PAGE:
Science education

One of most wonderful things about the Internet has been the emergence of research projects that involve the general public. Universities like Cornell, Kansas University, and the University of Minnesota, to name a few, have established web sites and on-line databases that encourage both students and amateur biologists to participate in biological field studies. Not only do these projects extend the potential for good science by collecting more data, they give visibility to the research process and allow the public to take ownership and contribute to the store of scientific knowledge. ... Read more
Like biology, all bioinformatics is based on the idea that living things shared a common ancestor. I have posted, and will post other articles that test that notion, but for the moment, we're going to use that idea as a starting point in today's quest. If we agree that we have a common ancestor, then we can use that idea as a basis to ask some interesting questions about our genomes. For, example, we know that genomes change over time - we've looked at single nucleotide changes here and ... Read more
We heard quite a bit about rainforest destruction in the 80's and 90's. Even the Grateful Dead joined the efforts to raise awareness and gather support for rain forest preservation. In the past, the Dead stayed away from political activism because (quoting Jerry Garcia):
Power is a scary thing. When you feel that you are close to it, you want to make sure that it isn't used for misleading. So all this time we've avoided making any statements about politics, about alignments of any sort.
But the Dead decided deforestation was too big of an issue to ... Read more
Did HIV become resistant to Atazanavir because of a genetic change? Was that genetic change inherited? Did HIV evolve? Can we explain why genetic changes at specific sites might help HIV escape the effects of the drug? Let's find out. All of the sequences in the image below (except for the first) come from HIV strains that were isolated from patients who took Atazanavir and no other protease inhibitors. All of the strains of HIV from patients were resistant to the drug. If an amino acid is different from other strains, the color at that position is changed. ... Read more
Have you ever wondered how people actually go about sequencing a genome? If they're sequencing a chicken genome, do they raise chickens in the lab and get DNA from the eggs? Does the DNA sequence come out in one piece? Why is there so much talk about computers? What are Phred, Phrap, and Consed? What is the Golden Path? Wonder no more! You too, can take a virtual tour of the Washington University Genome Center. I found this really excellent series of short videos that ... Read more
In which we see the results and come to our own conclusions. If you want to let other people tell you what's right and what's wrong, they will surely do so. Turn on the TV and hordes of happy actors bounce around, only too happy to help you purchase the right deodorant. Open your e-mail and everyone wants to share the best on-line pharmacy and investment guide. Ugh. I prefer making my own decisions, thank you very much. So, I want to give you a chance to look at the data and decide for yourself, if the data show HIV protease sequences changing over ... Read more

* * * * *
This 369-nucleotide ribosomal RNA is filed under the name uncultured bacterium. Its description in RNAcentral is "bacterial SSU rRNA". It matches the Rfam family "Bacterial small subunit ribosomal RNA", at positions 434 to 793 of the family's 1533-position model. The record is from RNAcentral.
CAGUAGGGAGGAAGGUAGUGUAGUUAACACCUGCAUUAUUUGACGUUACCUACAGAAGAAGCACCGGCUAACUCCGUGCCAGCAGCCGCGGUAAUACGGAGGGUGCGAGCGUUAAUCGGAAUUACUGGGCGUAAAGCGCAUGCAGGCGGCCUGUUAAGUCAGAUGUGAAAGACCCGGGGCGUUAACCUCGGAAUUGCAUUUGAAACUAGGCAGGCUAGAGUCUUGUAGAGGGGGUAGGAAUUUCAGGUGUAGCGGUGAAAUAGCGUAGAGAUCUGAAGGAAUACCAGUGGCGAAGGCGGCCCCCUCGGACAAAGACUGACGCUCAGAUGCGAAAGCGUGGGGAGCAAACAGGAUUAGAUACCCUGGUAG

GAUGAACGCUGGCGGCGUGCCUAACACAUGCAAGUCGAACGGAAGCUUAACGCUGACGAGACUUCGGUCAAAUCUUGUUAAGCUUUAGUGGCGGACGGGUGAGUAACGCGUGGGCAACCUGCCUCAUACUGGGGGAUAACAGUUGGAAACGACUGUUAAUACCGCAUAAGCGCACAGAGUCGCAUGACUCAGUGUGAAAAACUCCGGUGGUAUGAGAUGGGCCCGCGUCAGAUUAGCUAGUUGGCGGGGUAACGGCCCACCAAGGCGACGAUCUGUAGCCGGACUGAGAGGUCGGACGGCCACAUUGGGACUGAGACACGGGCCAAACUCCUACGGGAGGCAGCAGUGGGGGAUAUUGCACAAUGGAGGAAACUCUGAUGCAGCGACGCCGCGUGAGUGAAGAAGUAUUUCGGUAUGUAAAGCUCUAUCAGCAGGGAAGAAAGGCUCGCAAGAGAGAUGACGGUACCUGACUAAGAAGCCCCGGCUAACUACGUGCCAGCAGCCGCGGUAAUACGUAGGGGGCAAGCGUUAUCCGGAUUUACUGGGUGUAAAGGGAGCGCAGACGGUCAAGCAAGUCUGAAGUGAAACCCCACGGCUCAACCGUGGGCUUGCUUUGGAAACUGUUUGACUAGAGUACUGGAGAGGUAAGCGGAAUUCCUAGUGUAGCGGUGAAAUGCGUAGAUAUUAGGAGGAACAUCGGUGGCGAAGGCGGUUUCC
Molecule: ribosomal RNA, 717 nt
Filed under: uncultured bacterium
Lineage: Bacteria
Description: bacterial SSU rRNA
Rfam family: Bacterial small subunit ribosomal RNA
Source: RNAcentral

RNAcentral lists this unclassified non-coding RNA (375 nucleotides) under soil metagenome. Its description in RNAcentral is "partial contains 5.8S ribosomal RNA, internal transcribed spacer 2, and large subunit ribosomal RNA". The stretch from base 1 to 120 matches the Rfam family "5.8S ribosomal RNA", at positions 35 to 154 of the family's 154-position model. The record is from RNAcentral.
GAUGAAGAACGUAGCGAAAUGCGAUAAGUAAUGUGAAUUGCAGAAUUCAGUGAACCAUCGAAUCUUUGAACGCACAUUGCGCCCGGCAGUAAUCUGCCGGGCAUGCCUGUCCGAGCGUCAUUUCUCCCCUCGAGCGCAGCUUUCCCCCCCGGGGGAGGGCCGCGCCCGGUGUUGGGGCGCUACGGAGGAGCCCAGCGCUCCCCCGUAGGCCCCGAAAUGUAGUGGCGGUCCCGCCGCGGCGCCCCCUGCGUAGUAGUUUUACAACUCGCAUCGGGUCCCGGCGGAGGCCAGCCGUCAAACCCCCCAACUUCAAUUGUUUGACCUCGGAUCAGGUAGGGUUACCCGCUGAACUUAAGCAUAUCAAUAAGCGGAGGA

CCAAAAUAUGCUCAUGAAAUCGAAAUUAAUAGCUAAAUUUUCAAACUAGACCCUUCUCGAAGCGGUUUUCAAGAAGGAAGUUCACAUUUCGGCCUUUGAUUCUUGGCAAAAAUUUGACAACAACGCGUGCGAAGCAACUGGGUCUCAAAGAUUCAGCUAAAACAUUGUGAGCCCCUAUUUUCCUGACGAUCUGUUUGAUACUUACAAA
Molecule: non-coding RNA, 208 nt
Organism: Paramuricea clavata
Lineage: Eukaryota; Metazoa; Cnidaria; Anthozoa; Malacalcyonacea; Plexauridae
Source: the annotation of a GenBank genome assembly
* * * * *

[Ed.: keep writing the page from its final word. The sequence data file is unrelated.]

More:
Let the experiment begin. We're experimenting with HIV in this series. And yes, you can try this at home! If you want to see where we've been and get an idea where we're going, here are the links. Part I. Meet HIV and learn how we're going to use it look at evolution. An introduction to the experiment and a link to a short flash movie on HIV. Part II. Instructions for doing the experiment. Part III. Look at the ... Read more
The past few Fridays, we've been comparing human mitochondrial DNA with the mitochondrial DNA of different apes. We started doing this here, where you can find directions for getting started. And, we've found some interesting things. In this installment, we found that humans have practically an entire mitochondrial genome stuck in chromosome 17. ... Read more
When can a really bad virus be used to do something good? i-a6550bc9f8fd2b4ba98054d13cd679e5-hiv_photo.jpg When we can use it to learn. The human immunodeficiency virus, cause of AIDS, scourge of countries, and recent focus of ScienceBlogs; like humans, evolves. As one ... Read more
During these past couple of weeks, we've been comparing mitochondrial DNA sequences from humans and great apes, in order to see how similar the sequences are. Last week, I got distracted by finding a copy of a human mitochondrial genome, that somehow got out of a mitochondria, and got stuck right inside of chromosome 17! The existence of this extra mitochondrial sequence probably complicates some genetic analyses. One of my readers also asked an interesting question about whether apes have ... Read more

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